A man was savagely beaten by a band of teenagers for 20 minutes early Monday morning while police patrolled elsewhere, leaving the Hamilton Hill zone unfilled.
Police are supposed to assign a minimum of two officers to focus on the Hill each night, but for some reason the zone was empty on the midnight shift Monday, Assistant Chief Jack Falvo said.
That left a group of teenagers with plenty of time to attack at least one and possibly two passersby, one of whom ended up at Albany Medical Center Hospital with serious injuries at 2 a.m. Now the Police Department, the mayor’s office and the Schenectady City Council want to find out what went wrong.
“There should be an officer dedicated to that zone [Hamilton Hill],” Falvo said, adding that even if the regular officer were out sick, someone else should have been assigned to cover the gap.
Anthony Ackerman Sr. jump started the investigation Monday when he went directly to the Schenectady City Council after being released from the hospital with stitches and a concussion. His voice still slightly slurred from heavy bruising on his jaw, he claimed the police mistakes began hours before they decided not to fill the Hamilton Hill zone at midnight.
“What is disturbing to me is this happened to a person three hours before me and yet the police failed to keep a patrol car in the area,” Ackerman told the council. “No patrol officer stayed in that area.”
Police got a call for a similar attack nearby, at Jerry Burrell Park, around 10:30 p.m. When they arrived, both victim and attackers were gone.
The victim had called police but did not answer repeated phone calls and officers eventually moved on to other calls, police spokesman Kevin Green said.
“They did look in the area for quite some time,” Green said, but explained that without a victim to describe the attackers, police couldn’t find reason to stop anyone.
“Without a victim, you certainly can’t go up to groups and say, ‘Did you beat someone up?’ ” Green said.
The officers finished their shift and headed home. As the next shift began, Green said, the only officer who was assigned to patrol Hamilton Hill was the “overlap” officer, who patrols the downtown as well as the Hill.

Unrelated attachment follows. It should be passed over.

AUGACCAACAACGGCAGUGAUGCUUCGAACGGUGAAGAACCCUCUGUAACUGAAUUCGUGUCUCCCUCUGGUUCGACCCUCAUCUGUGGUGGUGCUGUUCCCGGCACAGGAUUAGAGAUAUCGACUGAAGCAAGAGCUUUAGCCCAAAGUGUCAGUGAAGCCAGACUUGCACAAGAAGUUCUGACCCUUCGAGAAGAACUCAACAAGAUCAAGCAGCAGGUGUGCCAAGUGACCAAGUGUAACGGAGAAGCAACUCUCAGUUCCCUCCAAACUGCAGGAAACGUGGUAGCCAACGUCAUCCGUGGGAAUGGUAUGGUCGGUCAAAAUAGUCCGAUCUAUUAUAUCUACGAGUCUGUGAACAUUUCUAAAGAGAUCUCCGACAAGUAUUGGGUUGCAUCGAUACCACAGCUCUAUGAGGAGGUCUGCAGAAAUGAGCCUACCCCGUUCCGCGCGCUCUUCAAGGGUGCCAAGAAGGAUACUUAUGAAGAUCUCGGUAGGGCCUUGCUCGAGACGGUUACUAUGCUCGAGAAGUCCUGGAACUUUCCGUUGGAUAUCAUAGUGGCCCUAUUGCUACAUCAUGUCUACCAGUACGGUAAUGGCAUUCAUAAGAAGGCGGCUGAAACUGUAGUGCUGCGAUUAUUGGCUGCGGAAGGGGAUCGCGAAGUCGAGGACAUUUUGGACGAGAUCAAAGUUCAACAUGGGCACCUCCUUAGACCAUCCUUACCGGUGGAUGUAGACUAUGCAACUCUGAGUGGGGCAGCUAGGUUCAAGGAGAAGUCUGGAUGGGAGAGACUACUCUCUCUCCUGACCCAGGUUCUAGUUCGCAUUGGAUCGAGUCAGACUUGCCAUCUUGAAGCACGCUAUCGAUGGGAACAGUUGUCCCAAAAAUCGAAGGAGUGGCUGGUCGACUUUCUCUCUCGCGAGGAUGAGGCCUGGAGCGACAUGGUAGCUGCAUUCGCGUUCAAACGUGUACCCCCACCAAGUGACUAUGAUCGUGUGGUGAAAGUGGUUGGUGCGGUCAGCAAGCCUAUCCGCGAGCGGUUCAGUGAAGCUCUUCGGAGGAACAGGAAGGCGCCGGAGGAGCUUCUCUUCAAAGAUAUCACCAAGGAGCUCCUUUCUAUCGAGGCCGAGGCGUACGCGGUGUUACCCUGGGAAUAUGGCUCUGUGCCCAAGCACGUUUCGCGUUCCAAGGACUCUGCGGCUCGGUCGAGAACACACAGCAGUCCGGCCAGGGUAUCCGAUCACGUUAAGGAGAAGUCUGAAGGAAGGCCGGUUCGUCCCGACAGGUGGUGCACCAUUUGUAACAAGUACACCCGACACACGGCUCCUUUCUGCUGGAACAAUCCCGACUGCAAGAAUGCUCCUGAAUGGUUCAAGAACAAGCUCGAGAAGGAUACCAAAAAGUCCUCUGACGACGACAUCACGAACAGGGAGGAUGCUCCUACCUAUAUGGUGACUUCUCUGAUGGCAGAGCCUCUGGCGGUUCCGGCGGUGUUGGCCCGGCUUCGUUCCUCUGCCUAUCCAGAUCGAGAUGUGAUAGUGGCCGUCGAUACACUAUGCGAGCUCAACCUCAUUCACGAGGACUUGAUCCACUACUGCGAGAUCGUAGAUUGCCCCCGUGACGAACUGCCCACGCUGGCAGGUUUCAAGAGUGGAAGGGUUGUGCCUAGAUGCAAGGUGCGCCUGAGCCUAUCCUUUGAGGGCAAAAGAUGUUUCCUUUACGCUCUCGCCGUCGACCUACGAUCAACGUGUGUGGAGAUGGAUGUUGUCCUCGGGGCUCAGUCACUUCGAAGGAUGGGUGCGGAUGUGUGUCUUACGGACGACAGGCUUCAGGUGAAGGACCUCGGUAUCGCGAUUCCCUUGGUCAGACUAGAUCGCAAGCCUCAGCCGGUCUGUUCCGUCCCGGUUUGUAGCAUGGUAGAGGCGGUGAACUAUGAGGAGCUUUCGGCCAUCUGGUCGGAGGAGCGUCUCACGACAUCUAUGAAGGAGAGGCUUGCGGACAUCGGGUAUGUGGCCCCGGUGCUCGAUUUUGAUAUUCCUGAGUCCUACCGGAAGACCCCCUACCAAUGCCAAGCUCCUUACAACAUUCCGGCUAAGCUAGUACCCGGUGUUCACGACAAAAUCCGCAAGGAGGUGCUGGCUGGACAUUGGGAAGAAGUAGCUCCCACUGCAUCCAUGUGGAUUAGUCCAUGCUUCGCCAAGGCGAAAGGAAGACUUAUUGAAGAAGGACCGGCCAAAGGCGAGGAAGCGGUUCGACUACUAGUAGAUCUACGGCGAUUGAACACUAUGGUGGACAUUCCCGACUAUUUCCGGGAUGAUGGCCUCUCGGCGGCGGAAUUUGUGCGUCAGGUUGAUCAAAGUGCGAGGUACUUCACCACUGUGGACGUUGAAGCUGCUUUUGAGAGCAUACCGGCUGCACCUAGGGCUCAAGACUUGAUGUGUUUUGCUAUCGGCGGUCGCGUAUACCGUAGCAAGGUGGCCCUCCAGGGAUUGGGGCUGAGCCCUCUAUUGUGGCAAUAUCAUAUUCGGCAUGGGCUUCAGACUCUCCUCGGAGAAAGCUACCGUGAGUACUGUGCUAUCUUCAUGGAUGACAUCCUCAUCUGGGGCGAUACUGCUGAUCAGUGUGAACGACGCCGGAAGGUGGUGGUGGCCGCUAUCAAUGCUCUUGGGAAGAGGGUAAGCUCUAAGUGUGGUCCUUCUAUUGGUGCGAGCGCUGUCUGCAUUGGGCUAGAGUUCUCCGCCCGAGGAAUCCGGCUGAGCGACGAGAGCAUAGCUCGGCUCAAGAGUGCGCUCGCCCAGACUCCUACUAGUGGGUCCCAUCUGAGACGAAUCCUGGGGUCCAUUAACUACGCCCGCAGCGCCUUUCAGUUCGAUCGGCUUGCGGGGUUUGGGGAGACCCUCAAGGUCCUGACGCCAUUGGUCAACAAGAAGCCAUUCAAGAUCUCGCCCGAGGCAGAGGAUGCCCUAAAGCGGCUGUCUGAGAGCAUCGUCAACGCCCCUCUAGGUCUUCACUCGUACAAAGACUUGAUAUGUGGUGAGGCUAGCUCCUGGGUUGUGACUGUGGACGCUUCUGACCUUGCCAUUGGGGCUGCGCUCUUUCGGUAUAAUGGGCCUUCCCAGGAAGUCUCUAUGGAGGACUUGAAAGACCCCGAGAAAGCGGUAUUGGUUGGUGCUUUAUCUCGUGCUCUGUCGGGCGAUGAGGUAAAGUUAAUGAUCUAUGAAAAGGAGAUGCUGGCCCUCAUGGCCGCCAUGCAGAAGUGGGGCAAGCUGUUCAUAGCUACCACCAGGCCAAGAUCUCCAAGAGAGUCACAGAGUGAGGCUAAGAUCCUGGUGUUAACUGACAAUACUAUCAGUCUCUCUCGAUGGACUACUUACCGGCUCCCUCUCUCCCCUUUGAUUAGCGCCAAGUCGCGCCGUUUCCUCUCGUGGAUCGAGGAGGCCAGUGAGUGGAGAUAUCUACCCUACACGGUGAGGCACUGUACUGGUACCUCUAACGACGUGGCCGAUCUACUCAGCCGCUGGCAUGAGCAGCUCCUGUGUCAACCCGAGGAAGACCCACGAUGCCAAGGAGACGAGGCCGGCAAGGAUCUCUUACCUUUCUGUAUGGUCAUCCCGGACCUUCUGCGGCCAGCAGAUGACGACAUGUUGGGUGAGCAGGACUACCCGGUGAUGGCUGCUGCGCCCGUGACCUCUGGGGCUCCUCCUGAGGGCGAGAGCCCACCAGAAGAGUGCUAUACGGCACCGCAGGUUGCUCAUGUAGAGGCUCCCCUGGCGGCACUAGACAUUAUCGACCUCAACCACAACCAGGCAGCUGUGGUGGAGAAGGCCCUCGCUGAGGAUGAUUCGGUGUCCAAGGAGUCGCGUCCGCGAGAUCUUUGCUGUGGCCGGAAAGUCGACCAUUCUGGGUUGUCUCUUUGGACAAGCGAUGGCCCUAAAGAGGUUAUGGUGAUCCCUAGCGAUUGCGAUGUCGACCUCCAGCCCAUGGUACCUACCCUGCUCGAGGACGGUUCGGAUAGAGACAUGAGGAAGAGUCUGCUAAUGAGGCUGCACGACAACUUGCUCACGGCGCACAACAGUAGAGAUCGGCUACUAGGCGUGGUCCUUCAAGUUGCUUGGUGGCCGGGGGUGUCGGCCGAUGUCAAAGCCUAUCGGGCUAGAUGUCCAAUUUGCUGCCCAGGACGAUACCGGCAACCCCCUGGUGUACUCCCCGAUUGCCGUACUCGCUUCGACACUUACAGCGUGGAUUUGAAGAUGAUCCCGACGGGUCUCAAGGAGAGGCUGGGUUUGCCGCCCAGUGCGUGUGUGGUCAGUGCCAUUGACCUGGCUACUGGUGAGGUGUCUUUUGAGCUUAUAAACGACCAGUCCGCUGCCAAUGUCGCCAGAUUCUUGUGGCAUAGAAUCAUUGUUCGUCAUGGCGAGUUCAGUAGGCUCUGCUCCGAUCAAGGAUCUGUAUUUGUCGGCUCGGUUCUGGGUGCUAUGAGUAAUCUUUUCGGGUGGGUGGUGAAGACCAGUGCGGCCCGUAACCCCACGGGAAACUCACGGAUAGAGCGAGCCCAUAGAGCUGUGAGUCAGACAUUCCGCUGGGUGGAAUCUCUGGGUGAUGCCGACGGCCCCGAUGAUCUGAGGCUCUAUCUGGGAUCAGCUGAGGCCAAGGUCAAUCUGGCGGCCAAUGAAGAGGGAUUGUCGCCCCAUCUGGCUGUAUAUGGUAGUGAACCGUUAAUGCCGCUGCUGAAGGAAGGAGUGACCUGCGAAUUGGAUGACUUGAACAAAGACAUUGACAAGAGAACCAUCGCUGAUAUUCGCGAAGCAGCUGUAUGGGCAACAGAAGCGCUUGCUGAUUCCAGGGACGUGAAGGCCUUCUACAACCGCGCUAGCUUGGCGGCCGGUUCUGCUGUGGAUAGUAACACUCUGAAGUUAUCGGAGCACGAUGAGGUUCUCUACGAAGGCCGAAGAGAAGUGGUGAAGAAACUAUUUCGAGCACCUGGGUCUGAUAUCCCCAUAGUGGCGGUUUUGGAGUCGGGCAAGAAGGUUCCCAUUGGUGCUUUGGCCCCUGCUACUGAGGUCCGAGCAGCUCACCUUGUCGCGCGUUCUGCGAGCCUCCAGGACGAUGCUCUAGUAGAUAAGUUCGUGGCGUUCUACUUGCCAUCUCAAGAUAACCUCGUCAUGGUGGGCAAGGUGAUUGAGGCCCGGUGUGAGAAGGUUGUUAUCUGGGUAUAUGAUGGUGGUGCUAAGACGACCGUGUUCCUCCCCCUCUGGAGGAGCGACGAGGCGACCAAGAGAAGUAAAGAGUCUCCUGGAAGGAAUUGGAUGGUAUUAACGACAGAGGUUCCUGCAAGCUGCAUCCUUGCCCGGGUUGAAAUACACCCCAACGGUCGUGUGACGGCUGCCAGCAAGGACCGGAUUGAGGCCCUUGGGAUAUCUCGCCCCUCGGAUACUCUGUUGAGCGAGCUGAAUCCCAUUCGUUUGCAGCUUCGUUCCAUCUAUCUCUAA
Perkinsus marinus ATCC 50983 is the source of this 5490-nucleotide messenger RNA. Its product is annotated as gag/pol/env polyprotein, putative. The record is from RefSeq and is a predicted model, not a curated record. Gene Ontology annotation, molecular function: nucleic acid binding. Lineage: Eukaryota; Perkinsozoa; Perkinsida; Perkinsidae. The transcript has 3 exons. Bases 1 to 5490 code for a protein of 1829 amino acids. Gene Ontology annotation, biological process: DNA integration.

Falvo said Hamilton Hill always gets its own officer as well as the overlap. He didn’t know why the dedicated officer wasn’t there.
Ackerman said a detective told him the department was under strength and had too few officers to be in every zone at once.
But he didn’t know that Monday morning as he headed home after a long shift at the Rotterdam Wal-Mart.
He started home at 1 a.m. like he always does, walking along Crane Street and Chrisler Avenue to the Cotton Factory Hollow Bridge, where he crossed Hamilton Hill on his way to his apartment on Nott Terrace.
As he approached the intersection of Paige and Strong streets around 1:30 a.m., he saw about 30 teenagers milling in the road.
“I was figuring kids were getting out of a party,” he said.
But as he walked by, one of them turned and punched him, he said. The last thing he remembers is a flurry of fists in his face.
“I was beaten for 20 minutes,” he said. “Broken nose. Sixteen stitches. Loose teeth. I may have a broken jaw. I might have permanent eye damage. All because these teenagers decided to take it out on me … They did it for fun.”
At the time, Green said, the overlap officer was handling a traffic stop at Interstate 890 and Erie Boulevard — the farthest edge of the downtown, a mile away from Ackerman.
Ackerman blacked out early in the fight and had no way to call for help. But the noise eventually caught the attention of a neighbor, who dialed 911 at 1:49 a.m. By then, Ackerman believes the beating had gone on for about 20 minutes.
Police raced to the scene while the neighbor told a dispatcher that 30 youths were attacking an unarmed man. She said Ackerman was staggering around, semi-conscious, covered in blood.
When police arrived, three minutes later, the youths ran. Police found Ackerman on Summit Avenue, unconscious and bleeding heavily.
Eight officers converged and worked the neighborhood, searching for groups with blood on their hands or clothes. But Ackerman was in no shape to identify anyone and the neighbor who called said she couldn’t or wouldn’t point out any of the perpetrators, Green said. So police didn’t take anyone into custody.
“We had groups walking around,” Green said. “But you start talking to these kids, I can tell you right now, within half an hour their parents would be at the station. They wouldn’t be concerned that their kids were walking around at quarter past 2 in the morning. They’d be concerned that police talked to them.”
Plus, he said, without an identification or something suspicious, like blood, police couldn’t arrest anybody.
“They’d have the right to walk away and say, ‘Go scratch,’ ” Green said.
Ackerman wasn’t impressed.
“The police did not even come to the hospital to talk to me,” he said. “Their attitude is not to serve and protect, it’s to keep the peace. Someone needs to hold this city accountable and I’m going to do that.”
He said he came in person to talk to the City Council because he wanted them to realize how important it is to make immediate changes in the Police Department.
“I wanted them to see what a victim looks like,” he said.
Councilman Gary McCarthy reacted sympathetically.
“It’s tragic. It’s wrong,” said McCarthy, chairman of the Public Safety Committee. “Some of that is hard to predict, where [crime] is going to happen. There’ll be follow-up tomorrow to see where the allocation of resources was.”